A major league pitcher today, even if he barely completes the minimum five innings, pitches a “quality start.” “Back in our day,” says Jim “Mudcat” Grant, who pitched four of his 14 big-league seasons (1958-1971) for the Minnesota Twins in the mid-1960s, “a quality start for us was nine innings.”
Today’s lowered standards for starting pitchers sometimes baffles Grant and other retired hurlers of his ilk. “If they give you the ball to start the game, you want to pitch nine innings,” continues Grant, trying to not sound like a “we were tougher then” type of old-timer.
Today’s pitchers are more specialist than workhorse, adds Ferguson Jenkins, the Hall of Famer who pitched for six MLB clubs in 19 years (1965-1983). Along with the typical four starters, “It was long relief and short relief when I played. There were nine pitchers on the staff when I broke in,” he points out. “Now the bullpen is the stronger part of the game — a lot of set-up [pitchers] and the closer.”
“The opinion of the experts today [is] that pitchers can easily be overworked, so they cut the time as far as innings [go],” notes Grant. “[We believe] they are being babied.”
David Price, who last month was traded by Tampa Bay to Detroit, couldn’t flat-out disagree with Grant. “I never want to be taken out of the game,” he says respectfully. “I work extremely hard.”
Even rarer than seeing an MLB starter pitch nine innings is seeing a Black starting pitcher. “We don’t see a whole lot of Black ballplayers altogether,” admits Grant, a member of an historic list of Black 20-game winners — The 12 Black Aces, which is the title of his 2006 book.
Don Newcombe in 1951 was the first Black pitcher to win at least 20 games once in their career, followed by Sad Sam “Toothpick” Jones (1959), Grant and Bob Gibson (1965), Jenkins and Earl Wilson (1967), Al Downing and Vida Blue (1971), J.R. Richard (1976), Mike Norris (1980), Dwight Gooden (1985) and Dave Stewart (1987).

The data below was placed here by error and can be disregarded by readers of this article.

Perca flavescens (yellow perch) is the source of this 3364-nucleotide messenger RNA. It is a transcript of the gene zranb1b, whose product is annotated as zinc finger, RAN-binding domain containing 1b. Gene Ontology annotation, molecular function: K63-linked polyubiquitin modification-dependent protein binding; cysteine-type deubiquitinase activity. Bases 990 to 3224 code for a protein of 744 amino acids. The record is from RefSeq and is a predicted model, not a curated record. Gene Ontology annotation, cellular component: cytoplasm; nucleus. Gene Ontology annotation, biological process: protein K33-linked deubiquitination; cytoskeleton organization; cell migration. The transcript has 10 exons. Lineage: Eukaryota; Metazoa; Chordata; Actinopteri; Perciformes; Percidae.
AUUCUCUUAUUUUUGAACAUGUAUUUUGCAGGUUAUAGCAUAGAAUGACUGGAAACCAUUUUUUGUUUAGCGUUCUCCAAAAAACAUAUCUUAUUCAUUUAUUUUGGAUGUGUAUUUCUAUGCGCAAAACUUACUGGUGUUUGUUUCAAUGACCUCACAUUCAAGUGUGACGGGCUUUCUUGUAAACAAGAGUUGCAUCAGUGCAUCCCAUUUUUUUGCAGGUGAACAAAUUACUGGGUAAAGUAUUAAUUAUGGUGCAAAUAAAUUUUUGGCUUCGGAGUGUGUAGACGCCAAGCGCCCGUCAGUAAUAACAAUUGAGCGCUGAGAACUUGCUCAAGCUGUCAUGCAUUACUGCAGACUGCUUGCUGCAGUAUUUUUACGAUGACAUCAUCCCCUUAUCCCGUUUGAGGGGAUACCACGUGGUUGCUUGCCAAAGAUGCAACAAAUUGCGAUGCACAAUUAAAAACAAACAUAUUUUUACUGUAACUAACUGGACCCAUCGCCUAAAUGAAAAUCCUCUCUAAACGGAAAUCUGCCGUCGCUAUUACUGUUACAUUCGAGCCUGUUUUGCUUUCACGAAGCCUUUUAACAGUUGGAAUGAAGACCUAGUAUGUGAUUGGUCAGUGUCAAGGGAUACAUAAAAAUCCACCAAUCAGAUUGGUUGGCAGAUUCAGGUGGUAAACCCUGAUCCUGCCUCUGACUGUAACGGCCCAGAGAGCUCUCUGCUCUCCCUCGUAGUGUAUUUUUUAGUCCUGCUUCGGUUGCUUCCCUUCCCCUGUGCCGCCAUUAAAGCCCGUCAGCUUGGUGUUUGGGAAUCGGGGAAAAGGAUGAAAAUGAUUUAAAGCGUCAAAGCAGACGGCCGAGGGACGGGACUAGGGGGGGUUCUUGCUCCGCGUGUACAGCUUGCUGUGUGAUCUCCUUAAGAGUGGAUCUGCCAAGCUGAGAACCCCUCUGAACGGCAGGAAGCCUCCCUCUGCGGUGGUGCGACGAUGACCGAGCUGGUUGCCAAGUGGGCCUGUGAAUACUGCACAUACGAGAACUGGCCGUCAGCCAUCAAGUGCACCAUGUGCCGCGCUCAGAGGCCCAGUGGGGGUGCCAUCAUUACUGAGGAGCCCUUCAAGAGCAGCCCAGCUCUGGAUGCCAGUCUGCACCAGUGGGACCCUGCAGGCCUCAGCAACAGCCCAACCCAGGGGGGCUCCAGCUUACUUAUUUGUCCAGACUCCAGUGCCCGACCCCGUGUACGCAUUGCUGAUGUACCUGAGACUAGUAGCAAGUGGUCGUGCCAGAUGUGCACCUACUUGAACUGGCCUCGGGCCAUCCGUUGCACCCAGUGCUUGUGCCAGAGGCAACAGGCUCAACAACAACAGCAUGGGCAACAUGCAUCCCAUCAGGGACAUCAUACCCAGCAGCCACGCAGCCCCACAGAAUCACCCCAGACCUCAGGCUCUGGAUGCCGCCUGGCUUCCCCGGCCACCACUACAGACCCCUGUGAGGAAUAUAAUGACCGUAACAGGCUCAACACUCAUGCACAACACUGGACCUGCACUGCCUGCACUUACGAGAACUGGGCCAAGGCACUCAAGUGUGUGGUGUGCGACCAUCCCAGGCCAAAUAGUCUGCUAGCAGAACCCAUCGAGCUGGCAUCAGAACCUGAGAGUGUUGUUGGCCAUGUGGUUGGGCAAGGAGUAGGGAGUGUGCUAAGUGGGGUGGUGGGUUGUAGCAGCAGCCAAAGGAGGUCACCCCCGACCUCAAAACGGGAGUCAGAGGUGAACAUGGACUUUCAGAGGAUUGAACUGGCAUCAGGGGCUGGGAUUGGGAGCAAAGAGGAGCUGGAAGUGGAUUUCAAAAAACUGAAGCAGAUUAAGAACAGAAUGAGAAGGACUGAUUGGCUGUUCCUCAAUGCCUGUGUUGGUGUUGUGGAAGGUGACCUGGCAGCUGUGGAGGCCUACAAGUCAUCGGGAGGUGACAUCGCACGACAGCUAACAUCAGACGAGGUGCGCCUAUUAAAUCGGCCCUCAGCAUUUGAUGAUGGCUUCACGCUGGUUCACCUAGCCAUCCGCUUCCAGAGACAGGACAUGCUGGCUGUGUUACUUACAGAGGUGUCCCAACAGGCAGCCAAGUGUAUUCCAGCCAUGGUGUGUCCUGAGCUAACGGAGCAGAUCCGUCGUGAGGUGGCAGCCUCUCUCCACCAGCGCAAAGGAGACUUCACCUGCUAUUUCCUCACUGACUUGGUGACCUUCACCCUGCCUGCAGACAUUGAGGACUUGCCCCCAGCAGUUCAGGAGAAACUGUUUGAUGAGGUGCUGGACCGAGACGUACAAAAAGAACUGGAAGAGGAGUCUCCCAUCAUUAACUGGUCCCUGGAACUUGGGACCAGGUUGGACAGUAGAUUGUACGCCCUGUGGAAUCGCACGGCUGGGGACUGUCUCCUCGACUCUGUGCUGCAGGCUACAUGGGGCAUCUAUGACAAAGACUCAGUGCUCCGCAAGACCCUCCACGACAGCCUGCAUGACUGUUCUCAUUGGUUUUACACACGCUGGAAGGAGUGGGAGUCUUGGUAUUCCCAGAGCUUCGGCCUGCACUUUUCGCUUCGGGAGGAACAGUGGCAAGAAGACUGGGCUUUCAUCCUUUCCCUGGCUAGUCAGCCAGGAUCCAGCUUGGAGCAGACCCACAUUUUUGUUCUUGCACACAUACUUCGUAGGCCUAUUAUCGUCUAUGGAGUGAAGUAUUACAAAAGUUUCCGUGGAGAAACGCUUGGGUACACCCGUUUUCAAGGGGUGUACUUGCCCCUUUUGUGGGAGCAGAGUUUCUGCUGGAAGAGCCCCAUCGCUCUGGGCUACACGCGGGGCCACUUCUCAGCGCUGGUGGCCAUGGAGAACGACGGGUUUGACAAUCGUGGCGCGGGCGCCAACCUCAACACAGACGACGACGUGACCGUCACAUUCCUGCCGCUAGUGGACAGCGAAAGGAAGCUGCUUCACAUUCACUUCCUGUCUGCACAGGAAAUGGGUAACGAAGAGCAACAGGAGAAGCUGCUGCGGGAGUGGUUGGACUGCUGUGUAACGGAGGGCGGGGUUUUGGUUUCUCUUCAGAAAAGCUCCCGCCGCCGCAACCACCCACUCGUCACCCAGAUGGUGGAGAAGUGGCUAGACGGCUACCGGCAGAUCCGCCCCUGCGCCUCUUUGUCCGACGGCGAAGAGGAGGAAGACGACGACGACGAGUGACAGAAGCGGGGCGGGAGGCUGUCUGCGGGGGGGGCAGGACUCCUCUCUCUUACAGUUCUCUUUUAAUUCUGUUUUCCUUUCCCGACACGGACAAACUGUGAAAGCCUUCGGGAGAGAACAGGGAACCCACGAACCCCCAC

Jenkins did it seven times in his career; five times for Gibson; four for Stewart; and thrice for Blue and Newcombe.
In the eight years since Grant’s book was published, only three Blacks have reached this milestone — Price was the last in 2012. “It’s special,” says the 2014 All-Star.
During his appearance at the All-Star Fan Fest last month, Grant was asked his opinion on underrated Black starting pitchers. “I think lefthander Rudy May, and Dock Ellis [would qualify]. [Ellis] was a right-hander that won 19 games twice. [But] he was noted for other things besides pitching,” noted Grant.
Legend has it that Ellis’ no-hitter in 1970 is the only one ever thrown by someone supposedly high on LSD. He won 138 games in his career (1968-1979). “If maybe Dock hadn’t done all that drinking and all those drugs, his career would have been longer,” said Jeffrey Radice in a recent MSR phone interview on his No No: A Dockumentary that will be screened twice this Wednesday, August 13 (7 and 9 pm) at the Trylon Microcinema in South Minneapolis.
He and Dock actually roomed together while playing for the Pirates in the 1970s, noted the filmmaker on Grant, who was among those interviewed for the film. “He was at the end of his career and at the beginning of Dock’s,” who later died from liver disease in 2008.
More on Dock Ellis and our interview with producer-director Jeffrey Radice in a future “Another View.”
Charles Hallman welcomes reader responses to firstname.lastname@example.org.
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